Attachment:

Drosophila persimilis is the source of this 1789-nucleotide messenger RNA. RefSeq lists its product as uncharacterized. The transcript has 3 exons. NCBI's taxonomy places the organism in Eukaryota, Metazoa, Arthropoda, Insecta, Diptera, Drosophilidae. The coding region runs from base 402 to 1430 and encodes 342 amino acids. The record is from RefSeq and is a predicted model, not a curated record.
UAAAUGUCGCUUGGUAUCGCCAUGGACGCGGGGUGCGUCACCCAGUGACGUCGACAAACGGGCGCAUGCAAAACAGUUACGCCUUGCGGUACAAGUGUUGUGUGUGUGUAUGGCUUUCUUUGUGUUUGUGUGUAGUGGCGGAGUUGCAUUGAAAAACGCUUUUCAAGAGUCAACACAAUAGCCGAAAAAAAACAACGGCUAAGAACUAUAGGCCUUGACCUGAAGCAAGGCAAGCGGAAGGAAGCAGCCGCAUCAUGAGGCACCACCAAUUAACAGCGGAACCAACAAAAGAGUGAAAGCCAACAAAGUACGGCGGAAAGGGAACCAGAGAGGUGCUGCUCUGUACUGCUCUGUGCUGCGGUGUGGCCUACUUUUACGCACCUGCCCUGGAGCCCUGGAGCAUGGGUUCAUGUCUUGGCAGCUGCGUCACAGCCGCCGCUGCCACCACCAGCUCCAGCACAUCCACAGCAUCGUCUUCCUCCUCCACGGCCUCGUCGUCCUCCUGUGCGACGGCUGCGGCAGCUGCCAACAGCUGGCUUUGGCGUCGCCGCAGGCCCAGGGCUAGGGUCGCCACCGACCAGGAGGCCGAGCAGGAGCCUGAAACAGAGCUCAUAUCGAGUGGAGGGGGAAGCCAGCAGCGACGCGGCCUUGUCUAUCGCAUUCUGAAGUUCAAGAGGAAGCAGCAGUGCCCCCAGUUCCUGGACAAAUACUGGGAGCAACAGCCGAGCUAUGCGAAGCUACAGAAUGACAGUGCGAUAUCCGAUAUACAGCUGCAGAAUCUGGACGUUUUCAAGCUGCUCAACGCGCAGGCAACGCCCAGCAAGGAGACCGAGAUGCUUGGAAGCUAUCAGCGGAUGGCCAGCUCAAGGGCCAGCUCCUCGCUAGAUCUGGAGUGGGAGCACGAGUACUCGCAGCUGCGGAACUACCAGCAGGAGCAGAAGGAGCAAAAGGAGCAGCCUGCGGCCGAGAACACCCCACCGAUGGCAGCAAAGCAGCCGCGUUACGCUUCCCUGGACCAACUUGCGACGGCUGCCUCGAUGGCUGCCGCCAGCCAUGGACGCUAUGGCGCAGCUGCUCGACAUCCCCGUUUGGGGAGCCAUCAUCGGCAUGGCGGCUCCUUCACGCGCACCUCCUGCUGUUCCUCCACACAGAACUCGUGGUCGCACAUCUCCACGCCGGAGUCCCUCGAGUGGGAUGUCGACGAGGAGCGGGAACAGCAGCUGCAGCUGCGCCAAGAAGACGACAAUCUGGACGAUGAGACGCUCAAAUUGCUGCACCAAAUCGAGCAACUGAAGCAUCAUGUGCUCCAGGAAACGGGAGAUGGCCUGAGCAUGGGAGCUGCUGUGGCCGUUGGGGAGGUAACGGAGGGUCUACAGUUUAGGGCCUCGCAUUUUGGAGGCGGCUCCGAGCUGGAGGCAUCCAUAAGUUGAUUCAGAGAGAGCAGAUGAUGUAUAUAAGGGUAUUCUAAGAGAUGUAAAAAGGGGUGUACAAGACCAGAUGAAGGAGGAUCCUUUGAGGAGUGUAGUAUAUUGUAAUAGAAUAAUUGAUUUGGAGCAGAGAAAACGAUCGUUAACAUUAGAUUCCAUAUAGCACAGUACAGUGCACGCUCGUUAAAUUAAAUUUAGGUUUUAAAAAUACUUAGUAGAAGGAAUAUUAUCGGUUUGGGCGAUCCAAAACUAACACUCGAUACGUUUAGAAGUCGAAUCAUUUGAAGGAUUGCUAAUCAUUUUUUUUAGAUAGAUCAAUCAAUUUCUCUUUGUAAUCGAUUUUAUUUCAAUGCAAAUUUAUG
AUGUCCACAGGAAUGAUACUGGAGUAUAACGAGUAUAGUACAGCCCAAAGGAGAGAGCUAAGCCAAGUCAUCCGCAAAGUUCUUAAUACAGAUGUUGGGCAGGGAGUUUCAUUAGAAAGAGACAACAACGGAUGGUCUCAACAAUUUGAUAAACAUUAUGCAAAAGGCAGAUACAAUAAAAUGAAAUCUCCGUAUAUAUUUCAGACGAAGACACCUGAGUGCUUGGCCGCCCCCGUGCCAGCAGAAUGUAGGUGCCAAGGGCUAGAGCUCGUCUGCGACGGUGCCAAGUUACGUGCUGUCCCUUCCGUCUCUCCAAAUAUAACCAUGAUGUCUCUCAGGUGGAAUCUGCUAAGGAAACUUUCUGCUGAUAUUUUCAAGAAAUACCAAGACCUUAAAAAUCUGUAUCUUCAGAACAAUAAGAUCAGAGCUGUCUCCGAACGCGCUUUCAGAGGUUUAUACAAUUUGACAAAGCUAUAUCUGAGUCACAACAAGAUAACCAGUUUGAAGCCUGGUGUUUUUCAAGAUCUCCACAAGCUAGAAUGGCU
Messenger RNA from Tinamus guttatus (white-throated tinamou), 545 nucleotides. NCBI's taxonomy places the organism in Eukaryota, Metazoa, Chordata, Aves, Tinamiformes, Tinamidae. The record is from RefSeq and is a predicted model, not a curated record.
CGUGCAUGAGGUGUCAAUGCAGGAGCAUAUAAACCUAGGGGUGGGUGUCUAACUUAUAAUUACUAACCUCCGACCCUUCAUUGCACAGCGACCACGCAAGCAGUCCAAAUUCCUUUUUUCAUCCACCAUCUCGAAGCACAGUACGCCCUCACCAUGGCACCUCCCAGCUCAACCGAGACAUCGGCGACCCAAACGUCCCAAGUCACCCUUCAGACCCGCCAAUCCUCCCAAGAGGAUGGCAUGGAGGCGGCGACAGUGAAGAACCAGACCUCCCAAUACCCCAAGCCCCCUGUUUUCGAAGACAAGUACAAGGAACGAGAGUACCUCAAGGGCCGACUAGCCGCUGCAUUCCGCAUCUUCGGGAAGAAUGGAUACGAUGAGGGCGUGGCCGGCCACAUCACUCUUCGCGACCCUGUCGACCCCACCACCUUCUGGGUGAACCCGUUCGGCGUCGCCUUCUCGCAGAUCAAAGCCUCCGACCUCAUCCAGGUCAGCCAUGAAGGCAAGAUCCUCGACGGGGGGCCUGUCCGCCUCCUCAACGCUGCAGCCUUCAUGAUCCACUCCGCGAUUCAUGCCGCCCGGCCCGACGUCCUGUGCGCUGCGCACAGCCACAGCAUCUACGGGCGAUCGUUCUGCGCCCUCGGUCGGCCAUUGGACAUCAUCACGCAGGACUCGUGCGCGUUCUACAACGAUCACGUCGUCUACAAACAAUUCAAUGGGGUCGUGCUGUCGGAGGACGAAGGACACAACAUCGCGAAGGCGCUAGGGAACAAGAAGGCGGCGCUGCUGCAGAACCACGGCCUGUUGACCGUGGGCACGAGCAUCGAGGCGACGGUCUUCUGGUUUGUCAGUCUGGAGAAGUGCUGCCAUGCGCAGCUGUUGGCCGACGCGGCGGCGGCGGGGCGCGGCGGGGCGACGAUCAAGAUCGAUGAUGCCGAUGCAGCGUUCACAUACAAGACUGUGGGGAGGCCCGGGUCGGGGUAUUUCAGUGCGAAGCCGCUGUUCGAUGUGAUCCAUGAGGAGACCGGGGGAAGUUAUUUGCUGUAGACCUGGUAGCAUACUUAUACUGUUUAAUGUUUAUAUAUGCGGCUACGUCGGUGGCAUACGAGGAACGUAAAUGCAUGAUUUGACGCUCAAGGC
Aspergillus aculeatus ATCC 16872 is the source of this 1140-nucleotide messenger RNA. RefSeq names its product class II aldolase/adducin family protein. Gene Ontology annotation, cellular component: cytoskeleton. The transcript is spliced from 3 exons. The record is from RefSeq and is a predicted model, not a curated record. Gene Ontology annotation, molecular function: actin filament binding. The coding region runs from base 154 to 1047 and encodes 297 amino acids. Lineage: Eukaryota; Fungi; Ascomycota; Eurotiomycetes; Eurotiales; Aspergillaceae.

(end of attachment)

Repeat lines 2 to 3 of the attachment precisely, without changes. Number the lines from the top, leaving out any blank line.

UAAAUGUCGCUUGGUAUCGCCAUGGACGCGGGGUGCGUCACCCAGUGACGUCGACAAACGGGCGCAUGCAAAACAGUUACGCCUUGCGGUACAAGUGUUGUGUGUGUGUAUGGCUUUCUUUGUGUUUGUGUGUAGUGGCGGAGUUGCAUUGAAAAACGCUUUUCAAGAGUCAACACAAUAGCCGAAAAAAAACAACGGCUAAGAACUAUAGGCCUUGACCUGAAGCAAGGCAAGCGGAAGGAAGCAGCCGCAUCAUGAGGCACCACCAAUUAACAGCGGAACCAACAAAAGAGUGAAAGCCAACAAAGUACGGCGGAAAGGGAACCAGAGAGGUGCUGCUCUGUACUGCUCUGUGCUGCGGUGUGGCCUACUUUUACGCACCUGCCCUGGAGCCCUGGAGCAUGGGUUCAUGUCUUGGCAGCUGCGUCACAGCCGCCGCUGCCACCACCAGCUCCAGCACAUCCACAGCAUCGUCUUCCUCCUCCACGGCCUCGUCGUCCUCCUGUGCGACGGCUGCGGCAGCUGCCAACAGCUGGCUUUGGCGUCGCCGCAGGCCCAGGGCUAGGGUCGCCACCGACCAGGAGGCCGAGCAGGAGCCUGAAACAGAGCUCAUAUCGAGUGGAGGGGGAAGCCAGCAGCGACGCGGCCUUGUCUAUCGCAUUCUGAAGUUCAAGAGGAAGCAGCAGUGCCCCCAGUUCCUGGACAAAUACUGGGAGCAACAGCCGAGCUAUGCGAAGCUACAGAAUGACAGUGCGAUAUCCGAUAUACAGCUGCAGAAUCUGGACGUUUUCAAGCUGCUCAACGCGCAGGCAACGCCCAGCAAGGAGACCGAGAUGCUUGGAAGCUAUCAGCGGAUGGCCAGCUCAAGGGCCAGCUCCUCGCUAGAUCUGGAGUGGGAGCACGAGUACUCGCAGCUGCGGAACUACCAGCAGGAGCAGAAGGAGCAAAAGGAGCAGCCUGCGGCCGAGAACACCCCACCGAUGGCAGCAAAGCAGCCGCGUUACGCUUCCCUGGACCAACUUGCGACGGCUGCCUCGAUGGCUGCCGCCAGCCAUGGACGCUAUGGCGCAGCUGCUCGACAUCCCCGUUUGGGGAGCCAUCAUCGGCAUGGCGGCUCCUUCACGCGCACCUCCUGCUGUUCCUCCACACAGAACUCGUGGUCGCACAUCUCCACGCCGGAGUCCCUCGAGUGGGAUGUCGACGAGGAGCGGGAACAGCAGCUGCAGCUGCGCCAAGAAGACGACAAUCUGGACGAUGAGACGCUCAAAUUGCUGCACCAAAUCGAGCAACUGAAGCAUCAUGUGCUCCAGGAAACGGGAGAUGGCCUGAGCAUGGGAGCUGCUGUGGCCGUUGGGGAGGUAACGGAGGGUCUACAGUUUAGGGCCUCGCAUUUUGGAGGCGGCUCCGAGCUGGAGGCAUCCAUAAGUUGAUUCAGAGAGAGCAGAUGAUGUAUAUAAGGGUAUUCUAAGAGAUGUAAAAAGGGGUGUACAAGACCAGAUGAAGGAGGAUCCUUUGAGGAGUGUAGUAUAUUGUAAUAGAAUAAUUGAUUUGGAGCAGAGAAAACGAUCGUUAACAUUAGAUUCCAUAUAGCACAGUACAGUGCACGCUCGUUAAAUUAAAUUUAGGUUUUAAAAAUACUUAGUAGAAGGAAUAUUAUCGGUUUGGGCGAUCCAAAACUAACACUCGAUACGUUUAGAAGUCGAAUCAUUUGAAGGAUUGCUAAUCAUUUUUUUUAGAUAGAUCAAUCAAUUUCUCUUUGUAAUCGAUUUUAUUUCAAUGCAAAUUUAUG
AUGUCCACAGGAAUGAUACUGGAGUAUAACGAGUAUAGUACAGCCCAAAGGAGAGAGCUAAGCCAAGUCAUCCGCAAAGUUCUUAAUACAGAUGUUGGGCAGGGAGUUUCAUUAGAAAGAGACAACAACGGAUGGUCUCAACAAUUUGAUAAACAUUAUGCAAAAGGCAGAUACAAUAAAAUGAAAUCUCCGUAUAUAUUUCAGACGAAGACACCUGAGUGCUUGGCCGCCCCCGUGCCAGCAGAAUGUAGGUGCCAAGGGCUAGAGCUCGUCUGCGACGGUGCCAAGUUACGUGCUGUCCCUUCCGUCUCUCCAAAUAUAACCAUGAUGUCUCUCAGGUGGAAUCUGCUAAGGAAACUUUCUGCUGAUAUUUUCAAGAAAUACCAAGACCUUAAAAAUCUGUAUCUUCAGAACAAUAAGAUCAGAGCUGUCUCCGAACGCGCUUUCAGAGGUUUAUACAAUUUGACAAAGCUAUAUCUGAGUCACAACAAGAUAACCAGUUUGAAGCCUGGUGUUUUUCAAGAUCUCCACAAGCUAGAAUGGCU